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Title: Open Data and the Free Access to Law Movement in the United States

Abstract

US President Barack Obama issued Executive Order 13642-Making Open and Machine Readable the New Default for Government - on May, 9 2013, mandating, wherever legally permissible and possible, that US Government information be made open to the public.[1] This edict accelerated the construction of and framework for data repositories, and data citation principles and practices, such as data.gov. As a corollary, researchers across the country's national laboratories found themselves creating data management plans, applying data set metadata standards, and ensuring the long-term access of data for federally funded scientific research.

Authors:
 [1]
  1. Los Alamos National Lab. (LANL), Los Alamos, NM (United States)
Publication Date:
Research Org.:
Los Alamos National Lab. (LANL), Los Alamos, NM (United States)
Sponsoring Org.:
USDOE
OSTI Identifier:
1352385
Report Number(s):
LA-UR-17-21958
DOE Contract Number:
AC52-06NA25396
Resource Type:
Program Document
Resource Relation:
Related Information: The Winnower, ISSN 2373-146X
Country of Publication:
United States
Language:
English
Subject:
96 KNOWLEDGE MANAGEMENT AND PRESERVATION; Information Science; Open Data, Legal Research, Open Access

Citation Formats

Finnell, Joshua Eugene. Open Data and the Free Access to Law Movement in the United States. United States: N. p., 2016. Web.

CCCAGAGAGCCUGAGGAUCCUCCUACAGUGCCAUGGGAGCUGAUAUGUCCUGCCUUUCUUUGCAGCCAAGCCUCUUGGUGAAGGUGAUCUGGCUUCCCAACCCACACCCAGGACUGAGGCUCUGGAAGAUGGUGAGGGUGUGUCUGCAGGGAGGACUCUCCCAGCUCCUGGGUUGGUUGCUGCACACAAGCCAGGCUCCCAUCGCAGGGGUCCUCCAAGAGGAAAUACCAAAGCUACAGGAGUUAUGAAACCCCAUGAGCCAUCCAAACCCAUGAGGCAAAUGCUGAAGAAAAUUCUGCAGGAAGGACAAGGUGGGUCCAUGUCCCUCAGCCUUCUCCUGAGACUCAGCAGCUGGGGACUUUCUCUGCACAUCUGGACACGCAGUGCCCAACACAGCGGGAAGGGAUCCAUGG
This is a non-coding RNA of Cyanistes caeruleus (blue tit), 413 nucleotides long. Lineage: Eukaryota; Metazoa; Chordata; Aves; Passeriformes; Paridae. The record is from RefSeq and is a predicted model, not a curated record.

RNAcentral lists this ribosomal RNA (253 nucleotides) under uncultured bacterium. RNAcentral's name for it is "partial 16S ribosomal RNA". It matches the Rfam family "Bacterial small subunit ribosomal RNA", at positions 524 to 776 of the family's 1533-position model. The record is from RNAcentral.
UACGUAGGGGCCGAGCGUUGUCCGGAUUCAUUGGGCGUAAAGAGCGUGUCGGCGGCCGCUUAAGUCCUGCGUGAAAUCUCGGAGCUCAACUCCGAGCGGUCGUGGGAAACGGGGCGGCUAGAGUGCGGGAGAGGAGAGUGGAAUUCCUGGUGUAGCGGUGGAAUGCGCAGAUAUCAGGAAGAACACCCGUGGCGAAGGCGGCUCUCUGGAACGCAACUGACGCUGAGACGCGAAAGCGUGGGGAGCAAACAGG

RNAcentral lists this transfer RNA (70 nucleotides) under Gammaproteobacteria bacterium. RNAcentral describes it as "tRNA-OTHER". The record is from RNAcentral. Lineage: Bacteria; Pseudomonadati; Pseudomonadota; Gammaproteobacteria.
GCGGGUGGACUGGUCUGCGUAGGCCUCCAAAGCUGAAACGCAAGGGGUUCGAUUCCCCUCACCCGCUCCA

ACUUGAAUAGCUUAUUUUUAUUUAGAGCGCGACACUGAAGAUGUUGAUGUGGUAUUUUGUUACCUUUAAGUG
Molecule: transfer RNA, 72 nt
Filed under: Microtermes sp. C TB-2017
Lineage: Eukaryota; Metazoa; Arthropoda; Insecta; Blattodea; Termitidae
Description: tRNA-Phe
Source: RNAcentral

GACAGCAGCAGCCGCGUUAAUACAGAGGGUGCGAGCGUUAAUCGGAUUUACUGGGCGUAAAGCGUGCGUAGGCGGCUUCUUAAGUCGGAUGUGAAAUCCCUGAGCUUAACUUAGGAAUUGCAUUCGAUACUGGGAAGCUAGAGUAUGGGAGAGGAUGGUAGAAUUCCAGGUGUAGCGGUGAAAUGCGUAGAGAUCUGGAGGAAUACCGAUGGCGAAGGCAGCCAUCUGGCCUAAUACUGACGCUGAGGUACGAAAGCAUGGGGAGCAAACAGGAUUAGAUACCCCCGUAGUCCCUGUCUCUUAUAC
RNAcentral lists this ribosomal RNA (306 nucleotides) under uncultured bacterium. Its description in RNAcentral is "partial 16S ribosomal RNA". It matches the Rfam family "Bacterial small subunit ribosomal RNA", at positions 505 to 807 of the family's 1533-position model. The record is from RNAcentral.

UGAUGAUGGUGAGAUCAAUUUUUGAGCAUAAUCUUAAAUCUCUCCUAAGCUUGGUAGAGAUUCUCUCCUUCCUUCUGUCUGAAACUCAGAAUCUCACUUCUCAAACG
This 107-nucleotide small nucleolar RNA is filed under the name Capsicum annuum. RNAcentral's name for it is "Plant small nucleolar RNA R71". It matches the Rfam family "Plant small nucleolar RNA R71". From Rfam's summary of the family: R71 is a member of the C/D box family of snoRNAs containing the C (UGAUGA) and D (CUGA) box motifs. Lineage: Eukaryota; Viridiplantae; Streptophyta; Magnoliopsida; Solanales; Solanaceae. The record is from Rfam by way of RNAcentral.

Finnell, Joshua Eugene. Open Data and the Free Access to Law Movement in the United States. United States.
Finnell, Joshua Eugene. 2016. "Open Data and the Free Access to Law Movement in the United States". United States. doi:. https://www.osti.gov/servlets/purl/1352385.
@article{osti_1352385,
title = {Open Data and the Free Access to Law Movement in the United States},
author = {Finnell, Joshua Eugene},
abstractNote = {US President Barack Obama issued Executive Order 13642-Making Open and Machine Readable the New Default for Government - on May, 9 2013, mandating, wherever legally permissible and possible, that US Government information be made open to the public.[1] This edict accelerated the construction of and framework for data repositories, and data citation principles and practices, such as data.gov. As a corollary, researchers across the country's national laboratories found themselves creating data management plans, applying data set metadata standards, and ensuring the long-term access of data for federally funded scientific research.},
doi = {},
journal = {},
number = ,
volume = ,
place = {United States},
year = 2016,
month = 6
}

Program Document:
Other availability
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